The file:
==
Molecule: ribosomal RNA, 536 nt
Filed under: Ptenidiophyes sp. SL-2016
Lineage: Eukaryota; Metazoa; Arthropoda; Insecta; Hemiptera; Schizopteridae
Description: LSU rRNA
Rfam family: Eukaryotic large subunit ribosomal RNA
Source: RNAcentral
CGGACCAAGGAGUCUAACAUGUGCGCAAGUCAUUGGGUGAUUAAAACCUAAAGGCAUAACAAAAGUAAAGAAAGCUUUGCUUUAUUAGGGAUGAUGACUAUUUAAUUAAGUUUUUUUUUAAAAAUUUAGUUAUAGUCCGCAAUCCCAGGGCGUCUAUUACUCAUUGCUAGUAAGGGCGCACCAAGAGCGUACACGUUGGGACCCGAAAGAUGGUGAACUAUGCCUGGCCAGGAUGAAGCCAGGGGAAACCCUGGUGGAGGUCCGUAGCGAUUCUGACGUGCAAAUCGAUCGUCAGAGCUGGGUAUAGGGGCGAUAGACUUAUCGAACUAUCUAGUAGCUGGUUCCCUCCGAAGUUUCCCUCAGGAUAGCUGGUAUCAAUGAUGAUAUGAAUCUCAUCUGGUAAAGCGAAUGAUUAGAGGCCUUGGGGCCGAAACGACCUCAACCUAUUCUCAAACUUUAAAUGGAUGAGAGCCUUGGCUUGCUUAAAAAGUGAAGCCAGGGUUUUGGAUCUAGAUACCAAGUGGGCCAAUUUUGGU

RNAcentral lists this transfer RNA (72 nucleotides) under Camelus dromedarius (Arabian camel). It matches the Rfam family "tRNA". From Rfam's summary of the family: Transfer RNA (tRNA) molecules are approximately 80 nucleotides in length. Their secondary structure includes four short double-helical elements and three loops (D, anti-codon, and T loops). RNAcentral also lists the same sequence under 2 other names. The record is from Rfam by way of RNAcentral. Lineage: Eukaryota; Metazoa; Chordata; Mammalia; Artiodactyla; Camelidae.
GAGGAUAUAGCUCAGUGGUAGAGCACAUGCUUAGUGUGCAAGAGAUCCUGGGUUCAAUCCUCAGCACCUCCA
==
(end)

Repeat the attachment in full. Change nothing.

Molecule: ribosomal RNA, 536 nt
Filed under: Ptenidiophyes sp. SL-2016
Lineage: Eukaryota; Metazoa; Arthropoda; Insecta; Hemiptera; Schizopteridae
Description: LSU rRNA
Rfam family: Eukaryotic large subunit ribosomal RNA
Source: RNAcentral
CGGACCAAGGAGUCUAACAUGUGCGCAAGUCAUUGGGUGAUUAAAACCUAAAGGCAUAACAAAAGUAAAGAAAGCUUUGCUUUAUUAGGGAUGAUGACUAUUUAAUUAAGUUUUUUUUUAAAAAUUUAGUUAUAGUCCGCAAUCCCAGGGCGUCUAUUACUCAUUGCUAGUAAGGGCGCACCAAGAGCGUACACGUUGGGACCCGAAAGAUGGUGAACUAUGCCUGGCCAGGAUGAAGCCAGGGGAAACCCUGGUGGAGGUCCGUAGCGAUUCUGACGUGCAAAUCGAUCGUCAGAGCUGGGUAUAGGGGCGAUAGACUUAUCGAACUAUCUAGUAGCUGGUUCCCUCCGAAGUUUCCCUCAGGAUAGCUGGUAUCAAUGAUGAUAUGAAUCUCAUCUGGUAAAGCGAAUGAUUAGAGGCCUUGGGGCCGAAACGACCUCAACCUAUUCUCAAACUUUAAAUGGAUGAGAGCCUUGGCUUGCUUAAAAAGUGAAGCCAGGGUUUUGGAUCUAGAUACCAAGUGGGCCAAUUUUGGU

RNAcentral lists this transfer RNA (72 nucleotides) under Camelus dromedarius (Arabian camel). It matches the Rfam family "tRNA". From Rfam's summary of the family: Transfer RNA (tRNA) molecules are approximately 80 nucleotides in length. Their secondary structure includes four short double-helical elements and three loops (D, anti-codon, and T loops). RNAcentral also lists the same sequence under 2 other names. The record is from Rfam by way of RNAcentral. Lineage: Eukaryota; Metazoa; Chordata; Mammalia; Artiodactyla; Camelidae.
GAGGAUAUAGCUCAGUGGUAGAGCACAUGCUUAGUGUGCAAGAGAUCCUGGGUUCAAUCCUCAGCACCUCCA